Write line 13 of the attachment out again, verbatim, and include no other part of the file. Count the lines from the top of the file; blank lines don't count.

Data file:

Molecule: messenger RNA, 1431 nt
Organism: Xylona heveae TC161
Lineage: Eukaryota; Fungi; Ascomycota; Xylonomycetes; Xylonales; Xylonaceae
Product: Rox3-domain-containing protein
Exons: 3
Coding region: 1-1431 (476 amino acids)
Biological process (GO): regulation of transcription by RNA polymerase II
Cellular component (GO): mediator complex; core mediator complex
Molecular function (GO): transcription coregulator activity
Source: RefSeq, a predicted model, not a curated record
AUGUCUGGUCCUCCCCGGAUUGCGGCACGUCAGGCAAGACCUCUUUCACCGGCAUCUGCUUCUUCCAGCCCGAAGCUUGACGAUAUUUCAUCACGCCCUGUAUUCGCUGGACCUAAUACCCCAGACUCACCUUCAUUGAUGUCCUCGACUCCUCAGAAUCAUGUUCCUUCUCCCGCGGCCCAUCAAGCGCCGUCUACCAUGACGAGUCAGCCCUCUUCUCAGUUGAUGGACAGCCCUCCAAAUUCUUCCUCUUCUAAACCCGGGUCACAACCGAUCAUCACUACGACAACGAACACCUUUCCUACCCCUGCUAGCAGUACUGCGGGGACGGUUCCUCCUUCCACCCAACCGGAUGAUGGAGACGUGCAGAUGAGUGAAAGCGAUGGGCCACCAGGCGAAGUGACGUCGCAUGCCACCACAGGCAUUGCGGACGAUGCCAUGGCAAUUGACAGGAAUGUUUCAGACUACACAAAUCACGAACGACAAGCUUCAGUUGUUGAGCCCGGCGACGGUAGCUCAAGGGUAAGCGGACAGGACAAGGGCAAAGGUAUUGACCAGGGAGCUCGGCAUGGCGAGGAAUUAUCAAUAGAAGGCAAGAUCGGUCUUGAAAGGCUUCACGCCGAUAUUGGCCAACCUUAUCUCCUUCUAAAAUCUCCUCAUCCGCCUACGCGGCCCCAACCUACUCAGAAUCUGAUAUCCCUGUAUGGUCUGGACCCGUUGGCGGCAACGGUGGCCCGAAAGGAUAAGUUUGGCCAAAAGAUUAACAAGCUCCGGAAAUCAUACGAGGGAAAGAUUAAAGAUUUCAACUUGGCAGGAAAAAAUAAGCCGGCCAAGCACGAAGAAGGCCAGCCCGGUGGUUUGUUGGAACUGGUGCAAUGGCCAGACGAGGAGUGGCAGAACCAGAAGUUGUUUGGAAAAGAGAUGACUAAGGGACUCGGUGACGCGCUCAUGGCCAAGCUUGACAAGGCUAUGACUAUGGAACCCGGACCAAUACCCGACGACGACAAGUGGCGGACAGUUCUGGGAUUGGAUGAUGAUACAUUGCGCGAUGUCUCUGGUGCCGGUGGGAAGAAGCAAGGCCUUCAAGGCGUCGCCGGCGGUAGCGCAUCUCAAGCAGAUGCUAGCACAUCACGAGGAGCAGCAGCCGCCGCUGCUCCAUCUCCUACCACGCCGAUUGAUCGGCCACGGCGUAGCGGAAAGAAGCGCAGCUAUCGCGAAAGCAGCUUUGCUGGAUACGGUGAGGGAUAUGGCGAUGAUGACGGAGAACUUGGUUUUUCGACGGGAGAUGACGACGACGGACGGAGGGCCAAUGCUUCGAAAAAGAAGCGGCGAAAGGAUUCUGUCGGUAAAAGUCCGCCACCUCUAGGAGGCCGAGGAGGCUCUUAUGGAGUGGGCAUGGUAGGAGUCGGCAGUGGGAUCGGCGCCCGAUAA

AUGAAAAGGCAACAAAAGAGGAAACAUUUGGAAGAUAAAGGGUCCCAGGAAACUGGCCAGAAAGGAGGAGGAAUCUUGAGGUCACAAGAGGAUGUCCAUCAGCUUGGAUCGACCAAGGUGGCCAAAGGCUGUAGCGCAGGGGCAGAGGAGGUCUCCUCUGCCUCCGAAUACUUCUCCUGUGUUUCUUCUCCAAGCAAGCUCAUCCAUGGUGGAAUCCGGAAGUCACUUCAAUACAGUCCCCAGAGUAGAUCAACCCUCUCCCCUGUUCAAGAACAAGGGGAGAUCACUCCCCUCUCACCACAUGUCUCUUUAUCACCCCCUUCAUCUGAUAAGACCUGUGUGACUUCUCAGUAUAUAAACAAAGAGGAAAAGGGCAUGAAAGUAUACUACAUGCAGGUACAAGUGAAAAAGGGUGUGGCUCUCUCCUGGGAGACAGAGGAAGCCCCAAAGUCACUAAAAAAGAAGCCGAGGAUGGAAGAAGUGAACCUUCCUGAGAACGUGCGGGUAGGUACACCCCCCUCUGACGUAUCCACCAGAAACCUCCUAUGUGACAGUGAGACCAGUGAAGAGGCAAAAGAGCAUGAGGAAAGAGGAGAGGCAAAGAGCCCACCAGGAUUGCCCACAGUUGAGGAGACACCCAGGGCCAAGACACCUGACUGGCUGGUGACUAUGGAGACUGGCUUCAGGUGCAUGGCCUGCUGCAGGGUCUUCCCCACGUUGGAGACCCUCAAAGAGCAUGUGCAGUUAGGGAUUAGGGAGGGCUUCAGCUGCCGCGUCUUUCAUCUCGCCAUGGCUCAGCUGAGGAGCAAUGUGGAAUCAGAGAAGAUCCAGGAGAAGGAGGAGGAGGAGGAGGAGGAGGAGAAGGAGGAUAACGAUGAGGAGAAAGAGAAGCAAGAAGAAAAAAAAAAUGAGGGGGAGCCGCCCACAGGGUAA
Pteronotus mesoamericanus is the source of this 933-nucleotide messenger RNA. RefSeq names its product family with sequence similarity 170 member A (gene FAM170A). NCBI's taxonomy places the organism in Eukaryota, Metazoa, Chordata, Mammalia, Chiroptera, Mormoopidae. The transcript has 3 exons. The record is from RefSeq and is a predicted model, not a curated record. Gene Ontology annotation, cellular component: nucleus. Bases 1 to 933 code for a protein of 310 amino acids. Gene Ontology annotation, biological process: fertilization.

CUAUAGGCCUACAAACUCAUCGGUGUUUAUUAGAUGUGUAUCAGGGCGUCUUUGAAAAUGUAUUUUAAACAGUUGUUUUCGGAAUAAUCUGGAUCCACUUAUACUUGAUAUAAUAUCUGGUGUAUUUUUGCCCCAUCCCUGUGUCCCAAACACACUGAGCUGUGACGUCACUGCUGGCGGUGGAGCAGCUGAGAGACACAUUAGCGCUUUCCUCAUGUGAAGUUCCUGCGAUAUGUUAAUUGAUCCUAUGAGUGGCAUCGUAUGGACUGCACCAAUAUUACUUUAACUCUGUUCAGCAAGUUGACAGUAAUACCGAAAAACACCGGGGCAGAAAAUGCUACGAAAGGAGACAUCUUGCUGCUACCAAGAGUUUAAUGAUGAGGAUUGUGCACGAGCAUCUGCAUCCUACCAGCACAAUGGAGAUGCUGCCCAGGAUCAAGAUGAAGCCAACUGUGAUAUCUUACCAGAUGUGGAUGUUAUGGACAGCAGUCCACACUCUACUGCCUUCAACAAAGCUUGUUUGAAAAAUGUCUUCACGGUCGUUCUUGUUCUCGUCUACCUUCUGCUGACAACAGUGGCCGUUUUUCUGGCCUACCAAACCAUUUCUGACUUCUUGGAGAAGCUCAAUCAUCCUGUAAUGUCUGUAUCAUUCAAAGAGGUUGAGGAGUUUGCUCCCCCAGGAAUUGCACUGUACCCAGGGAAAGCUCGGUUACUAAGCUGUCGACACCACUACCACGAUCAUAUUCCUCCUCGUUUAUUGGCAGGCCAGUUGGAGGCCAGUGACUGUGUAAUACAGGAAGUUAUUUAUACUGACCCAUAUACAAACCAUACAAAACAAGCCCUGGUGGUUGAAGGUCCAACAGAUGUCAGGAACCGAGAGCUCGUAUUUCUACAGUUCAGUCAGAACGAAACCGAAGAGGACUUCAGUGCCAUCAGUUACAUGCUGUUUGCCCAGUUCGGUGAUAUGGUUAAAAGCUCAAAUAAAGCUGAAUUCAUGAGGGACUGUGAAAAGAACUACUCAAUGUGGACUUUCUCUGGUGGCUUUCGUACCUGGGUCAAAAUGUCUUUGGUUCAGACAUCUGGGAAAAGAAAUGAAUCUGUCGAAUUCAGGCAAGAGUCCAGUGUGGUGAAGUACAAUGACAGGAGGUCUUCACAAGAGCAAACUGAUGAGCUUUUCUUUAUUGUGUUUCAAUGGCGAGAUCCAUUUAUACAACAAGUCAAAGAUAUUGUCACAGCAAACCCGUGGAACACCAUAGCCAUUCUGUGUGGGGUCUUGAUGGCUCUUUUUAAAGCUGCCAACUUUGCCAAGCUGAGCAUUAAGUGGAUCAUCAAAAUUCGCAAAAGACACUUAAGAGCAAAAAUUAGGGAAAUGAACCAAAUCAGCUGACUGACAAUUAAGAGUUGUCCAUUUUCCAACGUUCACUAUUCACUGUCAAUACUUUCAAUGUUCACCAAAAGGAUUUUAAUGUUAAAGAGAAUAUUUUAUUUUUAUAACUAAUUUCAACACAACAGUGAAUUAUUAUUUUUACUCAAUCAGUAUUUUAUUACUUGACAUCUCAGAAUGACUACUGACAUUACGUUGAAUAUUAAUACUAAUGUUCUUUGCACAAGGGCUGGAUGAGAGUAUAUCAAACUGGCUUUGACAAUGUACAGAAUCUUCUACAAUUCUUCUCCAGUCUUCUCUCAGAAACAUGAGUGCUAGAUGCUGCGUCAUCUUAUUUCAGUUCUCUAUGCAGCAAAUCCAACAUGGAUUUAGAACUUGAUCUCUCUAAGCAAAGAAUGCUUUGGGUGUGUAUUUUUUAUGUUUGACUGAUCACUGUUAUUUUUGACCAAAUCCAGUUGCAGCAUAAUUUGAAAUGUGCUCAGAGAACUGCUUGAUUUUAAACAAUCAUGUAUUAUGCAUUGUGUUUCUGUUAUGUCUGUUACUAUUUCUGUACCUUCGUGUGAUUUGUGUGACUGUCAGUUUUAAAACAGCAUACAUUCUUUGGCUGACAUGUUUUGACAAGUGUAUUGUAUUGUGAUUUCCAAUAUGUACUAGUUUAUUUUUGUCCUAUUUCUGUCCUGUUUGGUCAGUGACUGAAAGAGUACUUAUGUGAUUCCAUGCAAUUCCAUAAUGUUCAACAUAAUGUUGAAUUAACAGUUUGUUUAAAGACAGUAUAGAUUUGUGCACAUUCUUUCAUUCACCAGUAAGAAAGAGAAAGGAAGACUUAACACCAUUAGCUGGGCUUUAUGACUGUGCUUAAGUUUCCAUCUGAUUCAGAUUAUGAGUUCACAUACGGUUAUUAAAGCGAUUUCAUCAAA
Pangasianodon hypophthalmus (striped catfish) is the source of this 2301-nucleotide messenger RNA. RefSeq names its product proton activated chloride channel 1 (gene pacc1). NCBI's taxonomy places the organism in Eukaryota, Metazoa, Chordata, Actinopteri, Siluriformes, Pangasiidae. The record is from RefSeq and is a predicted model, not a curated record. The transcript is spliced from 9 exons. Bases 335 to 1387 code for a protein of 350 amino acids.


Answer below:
Pteronotus mesoamericanus is the source of this 933-nucleotide messenger RNA. RefSeq names its product family with sequence similarity 170 member A (gene FAM170A). NCBI's taxonomy places the organism in Eukaryota, Metazoa, Chordata, Mammalia, Chiroptera, Mormoopidae. The transcript has 3 exons. The record is from RefSeq and is a predicted model, not a curated record. Gene Ontology annotation, cellular component: nucleus. Bases 1 to 933 code for a protein of 310 amino acids. Gene Ontology annotation, biological process: fertilization.